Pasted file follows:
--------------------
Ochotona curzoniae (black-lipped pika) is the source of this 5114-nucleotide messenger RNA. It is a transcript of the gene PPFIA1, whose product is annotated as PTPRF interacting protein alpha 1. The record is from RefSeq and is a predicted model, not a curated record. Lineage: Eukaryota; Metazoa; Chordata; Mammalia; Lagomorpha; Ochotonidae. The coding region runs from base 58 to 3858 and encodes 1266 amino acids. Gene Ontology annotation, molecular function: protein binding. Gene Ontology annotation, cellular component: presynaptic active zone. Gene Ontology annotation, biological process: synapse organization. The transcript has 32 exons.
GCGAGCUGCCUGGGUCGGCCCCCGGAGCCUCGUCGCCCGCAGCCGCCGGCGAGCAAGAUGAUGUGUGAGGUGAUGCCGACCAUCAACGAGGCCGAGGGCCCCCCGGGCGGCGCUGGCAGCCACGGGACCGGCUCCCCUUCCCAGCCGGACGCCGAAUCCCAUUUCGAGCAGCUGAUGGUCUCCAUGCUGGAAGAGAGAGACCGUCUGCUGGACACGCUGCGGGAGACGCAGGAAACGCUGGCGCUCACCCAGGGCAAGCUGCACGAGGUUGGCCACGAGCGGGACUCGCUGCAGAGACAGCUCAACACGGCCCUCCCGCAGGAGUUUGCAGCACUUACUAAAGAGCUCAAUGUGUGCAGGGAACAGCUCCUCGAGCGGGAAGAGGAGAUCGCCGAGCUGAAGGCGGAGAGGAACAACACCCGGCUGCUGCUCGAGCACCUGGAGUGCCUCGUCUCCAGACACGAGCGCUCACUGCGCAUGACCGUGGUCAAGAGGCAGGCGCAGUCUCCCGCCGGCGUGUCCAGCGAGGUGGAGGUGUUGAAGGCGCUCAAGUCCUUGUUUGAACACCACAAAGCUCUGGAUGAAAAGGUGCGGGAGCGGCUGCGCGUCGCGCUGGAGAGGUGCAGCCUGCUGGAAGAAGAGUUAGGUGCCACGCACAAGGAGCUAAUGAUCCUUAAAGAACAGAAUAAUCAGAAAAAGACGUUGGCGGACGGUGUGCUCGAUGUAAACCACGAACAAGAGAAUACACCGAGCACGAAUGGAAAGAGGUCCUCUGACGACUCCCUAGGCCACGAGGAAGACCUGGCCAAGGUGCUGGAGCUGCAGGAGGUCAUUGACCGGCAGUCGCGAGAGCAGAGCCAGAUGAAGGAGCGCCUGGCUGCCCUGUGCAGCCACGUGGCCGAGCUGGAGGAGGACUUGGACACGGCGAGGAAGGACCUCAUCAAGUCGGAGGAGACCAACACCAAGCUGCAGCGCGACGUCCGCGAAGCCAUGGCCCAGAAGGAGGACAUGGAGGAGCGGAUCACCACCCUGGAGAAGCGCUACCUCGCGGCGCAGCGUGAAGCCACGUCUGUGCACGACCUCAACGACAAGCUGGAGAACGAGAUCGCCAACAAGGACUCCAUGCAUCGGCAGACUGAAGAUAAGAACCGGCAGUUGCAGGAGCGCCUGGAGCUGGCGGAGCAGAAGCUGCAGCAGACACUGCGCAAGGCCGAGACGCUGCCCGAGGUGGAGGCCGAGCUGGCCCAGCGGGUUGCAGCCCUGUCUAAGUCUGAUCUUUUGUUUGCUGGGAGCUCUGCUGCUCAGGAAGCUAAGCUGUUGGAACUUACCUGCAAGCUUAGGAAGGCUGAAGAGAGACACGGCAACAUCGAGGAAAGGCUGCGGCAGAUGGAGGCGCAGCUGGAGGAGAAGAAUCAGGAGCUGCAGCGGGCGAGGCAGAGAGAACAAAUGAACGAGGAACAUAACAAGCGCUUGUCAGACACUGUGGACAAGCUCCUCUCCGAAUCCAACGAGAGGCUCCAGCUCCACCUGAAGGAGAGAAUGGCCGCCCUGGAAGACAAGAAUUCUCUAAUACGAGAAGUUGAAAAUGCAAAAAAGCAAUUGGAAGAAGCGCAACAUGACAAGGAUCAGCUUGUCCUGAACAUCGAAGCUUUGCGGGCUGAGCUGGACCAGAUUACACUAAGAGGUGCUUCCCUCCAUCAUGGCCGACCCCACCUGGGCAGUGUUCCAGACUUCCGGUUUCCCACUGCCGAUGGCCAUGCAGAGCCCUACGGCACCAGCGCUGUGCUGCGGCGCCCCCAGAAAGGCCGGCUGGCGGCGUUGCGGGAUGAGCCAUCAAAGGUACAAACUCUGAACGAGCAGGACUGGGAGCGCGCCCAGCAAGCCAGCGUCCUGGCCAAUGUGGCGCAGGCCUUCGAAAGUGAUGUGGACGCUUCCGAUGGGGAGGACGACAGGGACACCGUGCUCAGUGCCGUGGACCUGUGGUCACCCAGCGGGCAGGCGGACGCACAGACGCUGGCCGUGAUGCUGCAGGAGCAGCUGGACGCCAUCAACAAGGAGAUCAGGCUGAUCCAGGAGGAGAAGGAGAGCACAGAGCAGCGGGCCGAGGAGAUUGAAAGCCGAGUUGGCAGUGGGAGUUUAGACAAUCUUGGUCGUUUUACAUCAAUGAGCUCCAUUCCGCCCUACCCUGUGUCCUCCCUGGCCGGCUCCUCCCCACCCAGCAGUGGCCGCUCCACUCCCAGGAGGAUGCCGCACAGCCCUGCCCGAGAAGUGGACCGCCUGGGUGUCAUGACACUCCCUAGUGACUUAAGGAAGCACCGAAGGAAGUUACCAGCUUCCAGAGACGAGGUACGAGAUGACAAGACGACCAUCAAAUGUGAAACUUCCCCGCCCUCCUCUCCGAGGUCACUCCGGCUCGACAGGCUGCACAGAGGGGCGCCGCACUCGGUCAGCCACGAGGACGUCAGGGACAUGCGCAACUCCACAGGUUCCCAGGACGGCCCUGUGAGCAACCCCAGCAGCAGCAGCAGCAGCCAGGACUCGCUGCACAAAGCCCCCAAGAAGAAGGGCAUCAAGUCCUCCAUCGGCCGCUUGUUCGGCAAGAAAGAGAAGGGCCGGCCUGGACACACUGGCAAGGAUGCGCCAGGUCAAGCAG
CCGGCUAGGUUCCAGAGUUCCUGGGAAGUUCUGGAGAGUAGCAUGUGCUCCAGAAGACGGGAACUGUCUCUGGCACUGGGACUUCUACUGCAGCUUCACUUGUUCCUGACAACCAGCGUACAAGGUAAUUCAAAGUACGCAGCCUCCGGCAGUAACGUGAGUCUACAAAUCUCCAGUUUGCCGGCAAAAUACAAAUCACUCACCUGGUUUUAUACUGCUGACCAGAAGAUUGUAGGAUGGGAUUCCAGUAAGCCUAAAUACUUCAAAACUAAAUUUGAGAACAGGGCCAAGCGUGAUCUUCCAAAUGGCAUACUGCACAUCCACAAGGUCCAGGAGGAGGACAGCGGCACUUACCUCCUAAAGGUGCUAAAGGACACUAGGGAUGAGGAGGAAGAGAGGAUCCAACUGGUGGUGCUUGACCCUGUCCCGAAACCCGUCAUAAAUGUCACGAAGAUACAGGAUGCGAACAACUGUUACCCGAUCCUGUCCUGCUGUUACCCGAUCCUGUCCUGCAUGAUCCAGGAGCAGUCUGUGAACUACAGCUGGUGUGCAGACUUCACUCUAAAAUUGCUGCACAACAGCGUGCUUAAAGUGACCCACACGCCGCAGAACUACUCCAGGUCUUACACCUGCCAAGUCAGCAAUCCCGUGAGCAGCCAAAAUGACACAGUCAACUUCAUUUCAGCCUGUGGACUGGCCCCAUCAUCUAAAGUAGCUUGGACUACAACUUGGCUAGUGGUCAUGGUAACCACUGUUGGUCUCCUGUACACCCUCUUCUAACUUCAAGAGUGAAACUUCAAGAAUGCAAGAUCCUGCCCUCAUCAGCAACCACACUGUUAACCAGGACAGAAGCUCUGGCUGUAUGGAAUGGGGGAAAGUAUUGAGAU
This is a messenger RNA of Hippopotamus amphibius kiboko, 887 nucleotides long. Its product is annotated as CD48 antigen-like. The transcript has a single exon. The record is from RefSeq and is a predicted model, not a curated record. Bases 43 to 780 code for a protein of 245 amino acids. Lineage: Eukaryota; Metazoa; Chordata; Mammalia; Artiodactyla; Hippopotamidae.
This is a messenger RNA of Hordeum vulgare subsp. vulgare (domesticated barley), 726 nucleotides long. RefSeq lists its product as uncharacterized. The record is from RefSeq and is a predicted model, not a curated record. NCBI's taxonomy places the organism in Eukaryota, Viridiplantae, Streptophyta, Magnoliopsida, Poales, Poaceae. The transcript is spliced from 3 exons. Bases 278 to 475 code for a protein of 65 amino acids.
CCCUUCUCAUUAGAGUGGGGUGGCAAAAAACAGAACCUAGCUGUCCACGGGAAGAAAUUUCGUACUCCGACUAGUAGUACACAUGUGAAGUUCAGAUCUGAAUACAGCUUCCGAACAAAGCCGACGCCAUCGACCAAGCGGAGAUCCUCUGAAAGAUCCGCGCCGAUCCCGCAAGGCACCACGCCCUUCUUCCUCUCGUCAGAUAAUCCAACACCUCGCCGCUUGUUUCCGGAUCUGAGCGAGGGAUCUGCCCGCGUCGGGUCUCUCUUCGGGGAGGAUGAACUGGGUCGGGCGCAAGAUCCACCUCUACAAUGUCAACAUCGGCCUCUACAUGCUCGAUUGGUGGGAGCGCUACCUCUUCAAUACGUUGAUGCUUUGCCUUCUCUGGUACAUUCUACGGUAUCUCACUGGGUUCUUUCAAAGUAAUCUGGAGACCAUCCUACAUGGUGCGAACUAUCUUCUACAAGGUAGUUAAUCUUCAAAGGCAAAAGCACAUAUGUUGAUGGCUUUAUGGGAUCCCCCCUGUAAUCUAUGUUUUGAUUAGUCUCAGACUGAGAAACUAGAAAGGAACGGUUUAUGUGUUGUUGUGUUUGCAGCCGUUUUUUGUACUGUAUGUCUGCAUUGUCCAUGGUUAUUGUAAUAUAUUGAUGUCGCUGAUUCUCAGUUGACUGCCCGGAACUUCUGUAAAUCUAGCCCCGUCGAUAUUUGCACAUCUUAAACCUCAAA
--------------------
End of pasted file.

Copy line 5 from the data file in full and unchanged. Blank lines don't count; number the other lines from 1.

This is a messenger RNA of Hordeum vulgare subsp. vulgare (domesticated barley), 726 nucleotides long. RefSeq lists its product as uncharacterized. The record is from RefSeq and is a predicted model, not a curated record. NCBI's taxonomy places the organism in Eukaryota, Viridiplantae, Streptophyta, Magnoliopsida, Poales, Poaceae. The transcript is spliced from 3 exons. Bases 278 to 475 code for a protein of 65 amino acids.